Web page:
Age-related reduction in motor adaptation: brain structural correlates and the role of explicit memory

Wolpe, N., Ingram; J.N., Tsvetanov, K., Henson, R.N., Wolpert, D.M., Cam-CAN & Rowe, J.B. (2020). Neurobiology of Aging, 9013-23.


The adaption of movement to changes in the environment varies across life span. Recent evidence has linked motor adaptation and its reduction with age to differences in “explicit” learning processes. We examine differences in brain structure and cognition underlying motor adaptation in a population-based cohort (n = 322, aged 18–89 years) using a visuomotor learning task and structural magnetic resonance imaging. Reduced motor adaptation with age was associated with reduced volume in striatum, prefrontal, and sensorimotor cortical regions, but not cerebellum. Medial temporal lobe volume, including the hippocampus, became a stronger determinant of motor adaptation with age. Consistent with the role of the medial temporal lobes, declarative long-term memory showed a similar interaction, whereby memory was more positively correlated with motor adaptation with increasing age. By contrast, visual short-term memory was related to motor adaptation, independently of age. These results support the hypothesis that cerebellar learning is largely unaffected in old age, and the reduction in motor adaptation with age is driven by a decline in explicit memory systems.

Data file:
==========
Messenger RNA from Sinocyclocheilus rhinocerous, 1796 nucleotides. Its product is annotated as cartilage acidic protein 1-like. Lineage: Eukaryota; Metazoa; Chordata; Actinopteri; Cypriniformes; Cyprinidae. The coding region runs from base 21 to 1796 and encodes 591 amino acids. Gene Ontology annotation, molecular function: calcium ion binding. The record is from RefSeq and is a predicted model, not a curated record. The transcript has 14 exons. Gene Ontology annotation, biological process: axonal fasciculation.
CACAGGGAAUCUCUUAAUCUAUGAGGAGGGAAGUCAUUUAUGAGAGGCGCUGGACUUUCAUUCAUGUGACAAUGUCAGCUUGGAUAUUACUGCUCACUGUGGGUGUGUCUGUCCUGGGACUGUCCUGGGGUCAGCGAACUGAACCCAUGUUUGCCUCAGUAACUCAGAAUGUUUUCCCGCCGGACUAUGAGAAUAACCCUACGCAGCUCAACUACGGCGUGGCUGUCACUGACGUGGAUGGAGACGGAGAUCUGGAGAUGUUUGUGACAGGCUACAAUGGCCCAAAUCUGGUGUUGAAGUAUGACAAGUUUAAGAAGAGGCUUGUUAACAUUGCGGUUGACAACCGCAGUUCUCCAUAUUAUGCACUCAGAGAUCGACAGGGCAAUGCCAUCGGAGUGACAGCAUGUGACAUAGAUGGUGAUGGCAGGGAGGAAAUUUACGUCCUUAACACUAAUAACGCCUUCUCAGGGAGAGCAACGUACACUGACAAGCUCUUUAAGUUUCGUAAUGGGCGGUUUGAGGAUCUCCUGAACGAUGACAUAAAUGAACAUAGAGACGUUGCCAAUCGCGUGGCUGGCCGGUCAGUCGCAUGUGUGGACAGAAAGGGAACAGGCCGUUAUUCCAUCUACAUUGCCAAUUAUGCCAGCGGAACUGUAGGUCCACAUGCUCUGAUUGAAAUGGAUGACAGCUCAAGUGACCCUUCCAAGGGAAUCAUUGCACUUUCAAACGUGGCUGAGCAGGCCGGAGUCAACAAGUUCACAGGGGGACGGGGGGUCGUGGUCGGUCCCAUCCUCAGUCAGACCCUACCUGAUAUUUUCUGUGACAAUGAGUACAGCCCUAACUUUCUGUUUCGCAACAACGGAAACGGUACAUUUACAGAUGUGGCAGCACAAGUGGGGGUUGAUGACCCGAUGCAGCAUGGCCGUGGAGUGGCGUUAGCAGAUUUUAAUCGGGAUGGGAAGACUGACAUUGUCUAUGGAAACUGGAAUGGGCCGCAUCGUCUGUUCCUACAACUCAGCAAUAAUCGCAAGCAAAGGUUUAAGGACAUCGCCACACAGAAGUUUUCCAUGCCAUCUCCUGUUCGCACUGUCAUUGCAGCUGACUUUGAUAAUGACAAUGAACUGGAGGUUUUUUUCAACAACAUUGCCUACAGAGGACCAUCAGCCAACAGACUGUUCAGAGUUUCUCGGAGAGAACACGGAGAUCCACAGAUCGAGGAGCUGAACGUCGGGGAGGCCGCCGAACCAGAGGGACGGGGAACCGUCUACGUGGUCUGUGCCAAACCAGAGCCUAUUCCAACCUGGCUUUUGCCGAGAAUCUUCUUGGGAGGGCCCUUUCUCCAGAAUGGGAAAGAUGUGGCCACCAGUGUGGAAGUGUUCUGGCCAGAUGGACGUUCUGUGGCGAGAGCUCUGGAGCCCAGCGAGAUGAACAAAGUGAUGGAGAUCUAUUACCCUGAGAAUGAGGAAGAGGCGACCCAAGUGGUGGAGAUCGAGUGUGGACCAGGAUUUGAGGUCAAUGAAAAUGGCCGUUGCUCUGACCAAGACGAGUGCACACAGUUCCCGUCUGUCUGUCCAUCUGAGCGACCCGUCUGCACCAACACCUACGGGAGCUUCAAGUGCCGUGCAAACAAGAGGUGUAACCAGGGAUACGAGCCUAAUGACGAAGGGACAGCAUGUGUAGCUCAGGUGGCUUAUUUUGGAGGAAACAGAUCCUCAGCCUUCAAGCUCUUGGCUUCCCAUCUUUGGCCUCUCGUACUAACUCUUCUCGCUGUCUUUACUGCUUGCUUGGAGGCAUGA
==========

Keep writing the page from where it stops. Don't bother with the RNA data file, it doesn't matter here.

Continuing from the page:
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Tags: Sensorimotor adaptation, Ageing, Motor control, Explicit memory, Cerebellum, Medial temporal lobe
Published Aug. 4, 2021 10:34 AM - Last modified Aug. 4, 2021 10:35 AM